Allergen barrier filtration testing is more important than ever in textile testing

By Máire Fox MSc

In a March 2011 article of Home Textile Today, Editor in Chief Jennifer Marks highlighted the confusion over ‘thread count inflation’ and its lack of meaning. Jennifer expects to see thread count identification drop into obscurity on packaging.

The issue over thread count has a further relevance for people wishing to make decisions with regards to pore size and allergen barrier efficacy. The tendency for many retailers to associate pore size with thread count and hence the bedding textile’s ability to block allergens is incorrect.

Pore size is often measured using bubble point as it is quick and fairly easy to do, however due to unopened pores and pore size variation it is probably better to do scanning or projection microscopy which also has the added benefit image generation. These images will also illustrate the warp and weft of the fabric demonstrating how the high threads count can be claimed but with no added benefit in pore size.

Pore size only loosely correlates with allergen filtration efficacy and there are a number of factors that contribute to this including van der Waals forces and allergen conformation. It is important to note that when a textile is claiming that it is an allergen barrier, it is claiming to block allergen particles such as Fel d 1 particles which are less than 10 µm in diameter and the mite faecal pellets, Der p 1 which ranges between 10 µm and 40 µm (however the dust mite itself has a size of 250 µm to 300 µm).

Therefore a direct way needs to be developed to measure filtration capability in order for retailers to make accurate claims. Glass bead filtration methodologies traditionally used in the military evaluation of filters have some benefits but again have not been shown to be accurate predictors of allergen behaviour in textiles.

The first description of direct allergen filtration used a modified fussnecker dust trap published in Journal of Allergy and Clinical Immunology, Vaughan et al (1999). This paper, Evaluation of materials used for bedding encasements: Effect of pore size in blocking cat and dust mite allergen, discusses the relationship between encasements that block allergen and also allow the passage of air through the material. This technique has the benefit of direct measure of airflow which is a key issue for comfort physiology and patient compliance. Dust samples containing a known amount of allergen are pulled across the fabric and a filter located downstream collects any allergen that passes through. The amount recovered on the filter is extracted and measured using an ELISA kit specific for different types of allergens. The data from this allows manufacturers and retailers to directly claim allergen blocking ability for fabrics against a number of allergens. Another method that also provides information regarding allergen barrier efficacy is the Simulated Use Test and this will be described and discussed in further articles.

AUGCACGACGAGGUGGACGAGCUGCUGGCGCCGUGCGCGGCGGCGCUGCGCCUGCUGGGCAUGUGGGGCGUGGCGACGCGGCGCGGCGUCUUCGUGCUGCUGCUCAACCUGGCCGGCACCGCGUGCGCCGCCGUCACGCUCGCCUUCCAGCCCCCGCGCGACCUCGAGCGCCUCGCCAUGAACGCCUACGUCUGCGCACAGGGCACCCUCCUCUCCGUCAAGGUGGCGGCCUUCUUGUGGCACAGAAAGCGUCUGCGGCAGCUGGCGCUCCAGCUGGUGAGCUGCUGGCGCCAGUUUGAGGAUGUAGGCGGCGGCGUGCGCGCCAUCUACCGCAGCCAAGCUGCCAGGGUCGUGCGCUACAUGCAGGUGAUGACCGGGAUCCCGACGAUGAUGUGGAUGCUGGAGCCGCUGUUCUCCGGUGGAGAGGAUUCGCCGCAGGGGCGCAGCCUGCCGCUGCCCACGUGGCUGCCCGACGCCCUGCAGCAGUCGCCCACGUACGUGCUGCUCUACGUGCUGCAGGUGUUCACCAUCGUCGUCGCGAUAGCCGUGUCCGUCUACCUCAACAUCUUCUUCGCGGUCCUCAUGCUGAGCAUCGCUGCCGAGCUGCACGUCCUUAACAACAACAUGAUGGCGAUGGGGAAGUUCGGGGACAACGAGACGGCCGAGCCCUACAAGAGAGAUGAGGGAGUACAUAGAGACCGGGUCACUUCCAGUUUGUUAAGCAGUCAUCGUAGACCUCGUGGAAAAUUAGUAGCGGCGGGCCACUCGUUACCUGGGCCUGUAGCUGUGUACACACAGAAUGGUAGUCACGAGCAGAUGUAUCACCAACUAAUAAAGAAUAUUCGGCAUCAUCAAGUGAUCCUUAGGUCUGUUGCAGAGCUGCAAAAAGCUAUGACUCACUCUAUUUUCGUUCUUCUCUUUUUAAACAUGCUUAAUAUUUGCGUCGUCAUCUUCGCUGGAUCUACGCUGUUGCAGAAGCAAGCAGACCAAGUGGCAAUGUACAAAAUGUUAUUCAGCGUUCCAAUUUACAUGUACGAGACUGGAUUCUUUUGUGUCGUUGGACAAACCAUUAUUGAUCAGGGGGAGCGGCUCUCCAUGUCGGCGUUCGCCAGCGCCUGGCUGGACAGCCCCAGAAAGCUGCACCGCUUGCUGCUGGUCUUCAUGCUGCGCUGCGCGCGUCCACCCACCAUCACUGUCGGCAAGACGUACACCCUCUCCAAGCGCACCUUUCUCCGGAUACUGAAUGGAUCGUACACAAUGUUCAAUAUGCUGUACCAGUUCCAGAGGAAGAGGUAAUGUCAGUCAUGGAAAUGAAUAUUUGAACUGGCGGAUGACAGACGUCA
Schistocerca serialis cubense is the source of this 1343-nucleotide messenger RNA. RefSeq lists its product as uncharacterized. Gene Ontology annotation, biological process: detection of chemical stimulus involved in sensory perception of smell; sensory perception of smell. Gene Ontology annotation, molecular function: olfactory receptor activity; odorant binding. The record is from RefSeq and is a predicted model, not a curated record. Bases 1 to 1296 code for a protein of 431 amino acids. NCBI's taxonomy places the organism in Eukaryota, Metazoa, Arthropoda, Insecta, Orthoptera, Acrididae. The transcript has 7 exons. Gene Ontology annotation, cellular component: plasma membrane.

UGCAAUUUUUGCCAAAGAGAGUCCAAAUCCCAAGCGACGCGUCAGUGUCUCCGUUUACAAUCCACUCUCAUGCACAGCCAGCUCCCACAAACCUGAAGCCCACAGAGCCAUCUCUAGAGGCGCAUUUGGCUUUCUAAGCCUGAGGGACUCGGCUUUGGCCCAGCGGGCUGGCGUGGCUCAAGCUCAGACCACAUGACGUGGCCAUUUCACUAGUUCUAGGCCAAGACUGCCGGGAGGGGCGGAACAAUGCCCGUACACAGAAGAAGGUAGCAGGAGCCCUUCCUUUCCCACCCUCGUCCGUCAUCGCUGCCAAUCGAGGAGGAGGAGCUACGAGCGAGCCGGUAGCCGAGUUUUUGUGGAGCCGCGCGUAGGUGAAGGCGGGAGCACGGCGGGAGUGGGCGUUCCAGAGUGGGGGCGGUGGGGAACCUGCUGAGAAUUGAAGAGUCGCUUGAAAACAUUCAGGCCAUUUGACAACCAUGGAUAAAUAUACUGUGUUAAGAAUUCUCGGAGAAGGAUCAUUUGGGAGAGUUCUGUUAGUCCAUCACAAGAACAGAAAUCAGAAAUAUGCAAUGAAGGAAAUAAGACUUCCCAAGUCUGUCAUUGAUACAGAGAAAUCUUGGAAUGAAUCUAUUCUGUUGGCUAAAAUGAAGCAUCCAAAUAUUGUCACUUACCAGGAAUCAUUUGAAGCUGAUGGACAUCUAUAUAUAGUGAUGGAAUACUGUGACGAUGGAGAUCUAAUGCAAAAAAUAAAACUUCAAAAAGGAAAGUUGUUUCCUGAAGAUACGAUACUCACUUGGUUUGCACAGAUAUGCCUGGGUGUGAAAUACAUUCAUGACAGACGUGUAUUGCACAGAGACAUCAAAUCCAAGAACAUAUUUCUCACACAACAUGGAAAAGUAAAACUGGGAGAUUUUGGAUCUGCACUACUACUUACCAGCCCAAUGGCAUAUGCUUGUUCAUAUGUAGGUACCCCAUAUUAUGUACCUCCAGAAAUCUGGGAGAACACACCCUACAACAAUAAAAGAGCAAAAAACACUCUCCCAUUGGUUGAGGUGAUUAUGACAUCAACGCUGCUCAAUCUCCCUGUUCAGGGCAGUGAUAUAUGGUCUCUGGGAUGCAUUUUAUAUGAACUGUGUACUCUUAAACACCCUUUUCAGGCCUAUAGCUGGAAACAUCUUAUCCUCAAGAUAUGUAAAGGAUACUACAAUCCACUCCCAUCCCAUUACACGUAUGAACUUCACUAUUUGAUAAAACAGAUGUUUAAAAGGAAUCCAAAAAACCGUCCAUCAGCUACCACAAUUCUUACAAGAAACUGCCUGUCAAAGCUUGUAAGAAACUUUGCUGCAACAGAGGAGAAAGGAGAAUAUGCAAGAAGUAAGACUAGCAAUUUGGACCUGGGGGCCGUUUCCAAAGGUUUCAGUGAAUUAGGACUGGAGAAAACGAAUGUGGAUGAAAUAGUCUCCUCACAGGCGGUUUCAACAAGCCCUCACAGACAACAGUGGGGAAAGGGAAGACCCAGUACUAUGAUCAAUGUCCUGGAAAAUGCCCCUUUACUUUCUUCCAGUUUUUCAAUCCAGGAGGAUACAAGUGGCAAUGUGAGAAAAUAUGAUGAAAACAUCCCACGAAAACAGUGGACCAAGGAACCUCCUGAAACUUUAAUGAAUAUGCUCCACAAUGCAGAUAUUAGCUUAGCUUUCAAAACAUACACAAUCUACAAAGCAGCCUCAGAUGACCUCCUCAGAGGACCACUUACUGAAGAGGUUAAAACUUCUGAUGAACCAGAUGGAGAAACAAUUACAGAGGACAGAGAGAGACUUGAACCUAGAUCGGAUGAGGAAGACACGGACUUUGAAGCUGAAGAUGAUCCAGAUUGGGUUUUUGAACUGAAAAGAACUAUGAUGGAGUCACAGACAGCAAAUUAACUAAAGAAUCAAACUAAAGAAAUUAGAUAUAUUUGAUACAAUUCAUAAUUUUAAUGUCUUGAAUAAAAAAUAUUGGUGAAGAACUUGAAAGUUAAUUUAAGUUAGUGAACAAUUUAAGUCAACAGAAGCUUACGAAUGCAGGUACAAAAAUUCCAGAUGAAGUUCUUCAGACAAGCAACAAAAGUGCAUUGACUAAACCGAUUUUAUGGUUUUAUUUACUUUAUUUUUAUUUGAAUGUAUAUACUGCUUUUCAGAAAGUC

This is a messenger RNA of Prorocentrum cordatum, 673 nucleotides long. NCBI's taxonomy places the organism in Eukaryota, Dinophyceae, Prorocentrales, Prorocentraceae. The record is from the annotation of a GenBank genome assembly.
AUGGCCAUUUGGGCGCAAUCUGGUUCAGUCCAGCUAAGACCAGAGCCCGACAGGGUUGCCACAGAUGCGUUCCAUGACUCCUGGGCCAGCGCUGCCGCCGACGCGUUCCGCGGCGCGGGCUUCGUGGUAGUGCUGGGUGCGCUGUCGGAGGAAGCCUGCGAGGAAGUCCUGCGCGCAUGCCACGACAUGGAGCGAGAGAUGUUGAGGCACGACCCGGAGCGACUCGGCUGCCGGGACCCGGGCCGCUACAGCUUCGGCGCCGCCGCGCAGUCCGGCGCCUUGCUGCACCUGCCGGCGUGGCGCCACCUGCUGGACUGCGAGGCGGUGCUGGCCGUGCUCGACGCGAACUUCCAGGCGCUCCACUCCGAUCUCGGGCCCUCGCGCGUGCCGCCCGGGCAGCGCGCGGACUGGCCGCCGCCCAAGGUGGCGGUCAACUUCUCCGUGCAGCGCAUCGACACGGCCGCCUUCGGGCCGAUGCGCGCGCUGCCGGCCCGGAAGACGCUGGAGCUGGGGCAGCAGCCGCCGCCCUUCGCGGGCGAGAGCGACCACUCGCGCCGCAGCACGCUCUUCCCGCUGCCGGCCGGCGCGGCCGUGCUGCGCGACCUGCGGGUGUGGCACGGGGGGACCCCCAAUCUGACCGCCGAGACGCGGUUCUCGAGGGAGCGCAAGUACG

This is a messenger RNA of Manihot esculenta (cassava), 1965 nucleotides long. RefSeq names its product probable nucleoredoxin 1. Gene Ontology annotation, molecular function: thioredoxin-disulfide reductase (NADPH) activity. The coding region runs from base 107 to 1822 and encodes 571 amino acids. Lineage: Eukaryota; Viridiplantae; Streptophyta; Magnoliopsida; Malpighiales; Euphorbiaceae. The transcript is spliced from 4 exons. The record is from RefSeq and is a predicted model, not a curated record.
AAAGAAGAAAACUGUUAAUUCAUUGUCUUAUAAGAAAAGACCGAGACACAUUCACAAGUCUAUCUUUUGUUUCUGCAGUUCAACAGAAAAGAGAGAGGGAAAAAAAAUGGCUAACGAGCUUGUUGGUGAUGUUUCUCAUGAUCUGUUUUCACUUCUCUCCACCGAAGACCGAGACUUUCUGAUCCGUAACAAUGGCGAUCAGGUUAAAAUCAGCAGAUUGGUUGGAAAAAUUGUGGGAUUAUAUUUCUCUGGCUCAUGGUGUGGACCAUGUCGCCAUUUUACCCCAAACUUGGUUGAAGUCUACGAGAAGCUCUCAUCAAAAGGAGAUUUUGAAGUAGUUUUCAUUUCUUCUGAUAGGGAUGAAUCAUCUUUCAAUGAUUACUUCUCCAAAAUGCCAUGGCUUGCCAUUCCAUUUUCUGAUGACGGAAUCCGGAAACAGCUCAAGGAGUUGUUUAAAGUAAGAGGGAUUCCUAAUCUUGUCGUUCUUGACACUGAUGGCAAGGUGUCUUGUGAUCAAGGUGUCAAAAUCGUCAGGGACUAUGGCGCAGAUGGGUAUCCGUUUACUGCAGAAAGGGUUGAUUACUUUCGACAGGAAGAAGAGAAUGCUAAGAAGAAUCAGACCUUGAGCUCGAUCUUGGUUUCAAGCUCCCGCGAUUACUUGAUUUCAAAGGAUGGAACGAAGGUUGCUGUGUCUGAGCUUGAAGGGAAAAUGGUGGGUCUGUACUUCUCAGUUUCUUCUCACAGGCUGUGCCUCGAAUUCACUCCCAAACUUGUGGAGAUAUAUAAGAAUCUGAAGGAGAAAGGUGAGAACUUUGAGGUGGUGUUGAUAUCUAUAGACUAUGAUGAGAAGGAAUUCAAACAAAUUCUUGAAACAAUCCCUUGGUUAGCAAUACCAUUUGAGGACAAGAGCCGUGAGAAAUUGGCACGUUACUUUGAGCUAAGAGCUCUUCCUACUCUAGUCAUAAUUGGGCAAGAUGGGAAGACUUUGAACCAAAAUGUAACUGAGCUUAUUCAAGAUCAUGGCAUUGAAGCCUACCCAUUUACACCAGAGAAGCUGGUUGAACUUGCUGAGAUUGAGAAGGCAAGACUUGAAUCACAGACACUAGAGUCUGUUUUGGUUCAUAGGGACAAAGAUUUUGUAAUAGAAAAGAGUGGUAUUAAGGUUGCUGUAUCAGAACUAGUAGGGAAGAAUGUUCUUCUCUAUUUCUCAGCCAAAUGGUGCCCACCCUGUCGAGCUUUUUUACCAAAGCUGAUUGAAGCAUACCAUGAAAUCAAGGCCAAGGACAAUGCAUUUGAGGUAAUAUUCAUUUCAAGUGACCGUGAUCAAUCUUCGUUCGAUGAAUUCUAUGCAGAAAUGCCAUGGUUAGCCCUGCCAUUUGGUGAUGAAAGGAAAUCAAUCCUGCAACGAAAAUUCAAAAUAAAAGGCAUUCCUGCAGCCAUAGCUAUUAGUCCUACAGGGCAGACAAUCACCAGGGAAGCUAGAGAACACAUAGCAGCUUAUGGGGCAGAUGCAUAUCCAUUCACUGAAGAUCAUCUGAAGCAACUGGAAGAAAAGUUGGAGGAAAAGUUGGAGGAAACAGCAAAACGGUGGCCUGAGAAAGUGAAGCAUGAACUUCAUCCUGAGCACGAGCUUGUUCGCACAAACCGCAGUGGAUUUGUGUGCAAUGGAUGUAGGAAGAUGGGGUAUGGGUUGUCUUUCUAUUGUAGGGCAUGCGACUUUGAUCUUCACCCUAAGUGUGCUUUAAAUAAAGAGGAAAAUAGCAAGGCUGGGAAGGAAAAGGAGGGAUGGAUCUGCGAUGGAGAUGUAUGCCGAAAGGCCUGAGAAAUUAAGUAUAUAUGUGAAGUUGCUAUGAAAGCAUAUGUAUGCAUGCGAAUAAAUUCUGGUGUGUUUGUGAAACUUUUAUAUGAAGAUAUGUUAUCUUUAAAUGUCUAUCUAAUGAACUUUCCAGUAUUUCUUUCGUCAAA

Fabric analysis data of allergen filtration using the modified dust trap methodology (Allergen Barrier Testing with Airflow) is a key evaluation technique for Allergy Standards Limited (ASL) an international standards and certification body helping consumers and retailers identify bedding for people concerned about allergies, asthma and indoor air quality. ASL’s independent certification standards for textiles have been written in consultation with industry, retailers and health care professionals and are the only standards that are accepted by the Asthma and Allergy Foundation of America.

The Allergen Barrier Services such as testing and research for the Asthma and Allergy Foundation of America certification program is conducted by the life sciences company airmid healthgroup ltd (AHG). The AHG textile research spans all disciplines relevant to indoor particulate contaminants, ranging from virology, microbiology, mycology, allergen and also including dust mite and bed bug research. The AHG laboratory offers a complete range of advanced Allergen Testing Services specialising in Allergen Barrier Services, Dust Mite related Testing, Claim verification services and Allergen detection.

In summary, due to the continuing confusion of textile labelling where pore size and thread count is concerned, the Allergen Barrier Testing with Airflow evaluation of fabrics and textiles plays a vital role in correct claim verification where allergen is concerned. Reputable retailers should ensure that all allergen claims have been conducted in a meaningful way to avoid falling foul of labelling guidelines. Concerned consumers should also seek that all labelling where allergies are concerned have been validated by a third party independent testing authority.


Máire Fox
Máire Fox MSc is Head of Allergen Testing Laboratory. Máire graduated from NUIM with a BSc in Biology followed by laboratory analyst positions in the Biotechnology Unit in NUIM and the Vitamin Research Laboratory in TCD. Máire completed a research MSc in Prion Disease while working as a Laboratory Analyst in the Prion Research Laboratory in UCD. She subsequently worked in the Department of Agriculture investigating the molecular characteristics of BSE strains in Ireland. Contact details:

airmid healthgroup
At airmid healthgroup our mission is to prevent ill health caused by exposure to indoor air pollutants and dust mites. airmid healthgroup lists as its customers the Asthma and Allergy Foundation of America and Asthma UK.

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